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Melbourne baby girl dies as her parents plead for their stolen phone, & more in News in 5.

– With AAP

1. Baby girl dies after parents plead for return of stolen phone full of photos of her.

A terminally ill 11-month-old Melbourne baby has died just days after her parents pleaded for public help to return a stolen mobile phone full of photos of their daughter.

Jay Windross, the father of baby Amiyah Windross, shared the news of Amiyah’s death “with utter sadness” in a Facebook post on Wednesday afternoon.

“Amiyah’s last hours were spent peacefully and calmly, cuddling in Mummy’s and Daddy’s arms – which is what she loved most,” he wrote.

“Amiyah battled hard and fought an undiagnosed neurological issue from the day she was born. Her strength, her courage, and her unrelenting fight was on display from her first breath, all the way till her last.

“She held on and fought every minute to stay cuddling with her Mummy and Daddy for as long as she could and we can’t begin to describe how brave and courageous she was.

“As incredibly empty as we are feeling right now, we are relieved that Amiyah is no longer in any more pain or distress.”


He said that although their time with Amiyah was short, she had taught them so much in her 11 months and made them stronger and more courageous than they ever thought they could be.

“We will never stop thinking about you and those chubby cheeks,” Jay wrote to his daughter. “That infectious big toothy smile that you would show us when we cuddled with you will stay in our minds forever.

“We know that you were made up of a bit of Mummy and a bit of Daddy, so you will always have us with you where ever you go. No matter what, you will forever be in our hearts and we are so proud of you.”

Amiyah’s death comes days after her parents appealed for public help to track down a stolen phone containing irreplaceable photos of her.

Dee accidentally left the Samsung Galaxy S8 with a purple phone cover behind in a toilet cubicle while she washed her hands in a bathroom at Melbourne’s Chadstone Shopping Centre on Saturday afternoon.

When she realised and went back for the phone less than a minute later, it was gone, along with hundreds of photos of Amiyah who was in her last days.

Speaking to 7News, Windross explained his daughter has spent 200 days of her 11 month life in hospital as an undiagnosed baby, meaning doctors haven’t yet been able to find a diagnosis for her multiple health conditions, but she deteriorated over the Easter long weekend.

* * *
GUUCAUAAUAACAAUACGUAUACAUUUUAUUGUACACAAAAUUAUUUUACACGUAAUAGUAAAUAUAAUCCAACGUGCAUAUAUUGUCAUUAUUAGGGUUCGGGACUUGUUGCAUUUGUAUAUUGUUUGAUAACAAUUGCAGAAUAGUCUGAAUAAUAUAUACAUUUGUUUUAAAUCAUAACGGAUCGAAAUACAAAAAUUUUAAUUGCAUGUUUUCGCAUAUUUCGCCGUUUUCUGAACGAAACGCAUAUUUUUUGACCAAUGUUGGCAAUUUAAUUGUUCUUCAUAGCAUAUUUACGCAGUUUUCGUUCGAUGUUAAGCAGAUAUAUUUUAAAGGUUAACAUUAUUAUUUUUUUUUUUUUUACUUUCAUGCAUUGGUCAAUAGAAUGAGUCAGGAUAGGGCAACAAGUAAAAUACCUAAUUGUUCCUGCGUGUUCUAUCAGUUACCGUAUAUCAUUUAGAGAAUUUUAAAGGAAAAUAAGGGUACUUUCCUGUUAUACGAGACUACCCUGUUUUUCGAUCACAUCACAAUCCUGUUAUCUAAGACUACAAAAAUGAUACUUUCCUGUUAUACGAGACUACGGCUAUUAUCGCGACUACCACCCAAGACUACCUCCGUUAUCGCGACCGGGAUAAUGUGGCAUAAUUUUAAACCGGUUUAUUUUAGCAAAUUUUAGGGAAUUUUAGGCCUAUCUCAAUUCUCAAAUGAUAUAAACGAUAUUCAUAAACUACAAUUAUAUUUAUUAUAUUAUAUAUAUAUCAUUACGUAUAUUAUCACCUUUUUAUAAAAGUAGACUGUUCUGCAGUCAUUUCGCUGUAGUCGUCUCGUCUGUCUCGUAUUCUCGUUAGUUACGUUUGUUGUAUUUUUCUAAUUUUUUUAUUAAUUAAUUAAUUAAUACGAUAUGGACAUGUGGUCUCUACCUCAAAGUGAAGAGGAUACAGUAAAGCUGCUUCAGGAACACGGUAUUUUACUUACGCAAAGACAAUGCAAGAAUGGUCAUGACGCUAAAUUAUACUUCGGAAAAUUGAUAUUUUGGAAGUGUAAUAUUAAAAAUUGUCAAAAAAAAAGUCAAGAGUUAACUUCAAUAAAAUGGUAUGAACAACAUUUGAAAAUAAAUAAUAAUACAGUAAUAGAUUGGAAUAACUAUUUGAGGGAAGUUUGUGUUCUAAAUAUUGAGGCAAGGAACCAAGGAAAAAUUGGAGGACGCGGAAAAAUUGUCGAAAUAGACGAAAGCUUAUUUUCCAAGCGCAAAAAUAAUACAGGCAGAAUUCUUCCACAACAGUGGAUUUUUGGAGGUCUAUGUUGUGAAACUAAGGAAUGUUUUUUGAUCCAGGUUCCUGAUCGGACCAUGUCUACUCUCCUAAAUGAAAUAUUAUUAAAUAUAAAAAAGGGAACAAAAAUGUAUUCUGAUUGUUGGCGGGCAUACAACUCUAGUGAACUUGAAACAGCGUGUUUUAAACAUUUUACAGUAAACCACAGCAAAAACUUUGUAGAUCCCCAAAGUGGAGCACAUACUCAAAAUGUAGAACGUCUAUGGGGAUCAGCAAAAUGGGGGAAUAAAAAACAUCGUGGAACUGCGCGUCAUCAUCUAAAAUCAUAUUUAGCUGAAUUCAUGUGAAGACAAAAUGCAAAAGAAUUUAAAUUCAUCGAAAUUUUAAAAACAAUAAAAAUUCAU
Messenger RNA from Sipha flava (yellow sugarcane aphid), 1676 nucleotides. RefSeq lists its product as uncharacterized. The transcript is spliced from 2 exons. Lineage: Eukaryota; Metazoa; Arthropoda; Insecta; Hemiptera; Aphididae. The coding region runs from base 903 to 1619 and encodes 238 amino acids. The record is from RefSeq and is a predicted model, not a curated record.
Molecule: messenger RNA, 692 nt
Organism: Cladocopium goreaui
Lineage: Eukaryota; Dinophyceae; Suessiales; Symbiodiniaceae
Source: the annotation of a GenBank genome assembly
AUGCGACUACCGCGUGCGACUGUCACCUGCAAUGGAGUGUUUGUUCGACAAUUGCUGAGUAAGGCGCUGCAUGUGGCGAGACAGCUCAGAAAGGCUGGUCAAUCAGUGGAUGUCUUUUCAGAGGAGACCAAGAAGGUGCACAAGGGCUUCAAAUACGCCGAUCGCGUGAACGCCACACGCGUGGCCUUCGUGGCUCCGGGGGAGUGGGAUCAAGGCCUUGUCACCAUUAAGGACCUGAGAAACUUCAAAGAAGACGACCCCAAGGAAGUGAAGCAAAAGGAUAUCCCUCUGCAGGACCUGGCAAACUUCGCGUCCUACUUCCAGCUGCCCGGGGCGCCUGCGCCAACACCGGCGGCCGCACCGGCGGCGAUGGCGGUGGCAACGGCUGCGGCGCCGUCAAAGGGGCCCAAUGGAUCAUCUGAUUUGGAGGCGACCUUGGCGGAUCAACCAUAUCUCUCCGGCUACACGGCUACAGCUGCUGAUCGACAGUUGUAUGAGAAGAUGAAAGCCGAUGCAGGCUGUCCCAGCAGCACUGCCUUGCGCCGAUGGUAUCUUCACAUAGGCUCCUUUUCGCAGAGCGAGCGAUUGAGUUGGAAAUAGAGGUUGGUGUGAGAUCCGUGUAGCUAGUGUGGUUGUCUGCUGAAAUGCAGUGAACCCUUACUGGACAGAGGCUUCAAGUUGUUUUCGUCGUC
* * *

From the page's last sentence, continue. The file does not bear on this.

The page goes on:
Over the weekend Windross said they would “gladly offer a cash reward for the phone, no questions asked, no grudge held,” and would make the transaction “amicably and without intervention of the police.”

The couple are urging anyone who might have information of the phone’s whereabouts to anonymously drop the phone off to reception at Monash Children’s Hospital or any information desk at Chadstone Shopping Centre.

2. Joe Biden announces 2020 President run.

Former US Vice President Joe Biden has formally joined the crowded Democratic presidential contest, betting his working-class appeal and ties to Barack Obama’s presidency will help him overcome questions about his place in today’s increasingly liberal Democratic Party.

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Joe Biden. Image: Getty.

He made his announcement in a video posted on Twitter, declaring: "We are in the battle for the soul of this nation."

"If we give Donald Trump eight years in the White House, he will forever and fundamentally alter the character of this nation," Biden said.

"Who we are. And I cannot stand by and watch that happen."

Thursday's announcement marks the unofficial end of the chaotic early phase of the 2020 presidential season. The field now features at least 20 Democrats jockeying for the chance to take on President Trump next year.

Biden, a 76-year-old lifelong politician, becomes an instant frontrunner alongside Vermont Senator Bernie Sanders, who is leading many polls.

Among Democrats, Biden has unmatched international and legislative experience, and he is among the best-known faces in US politics.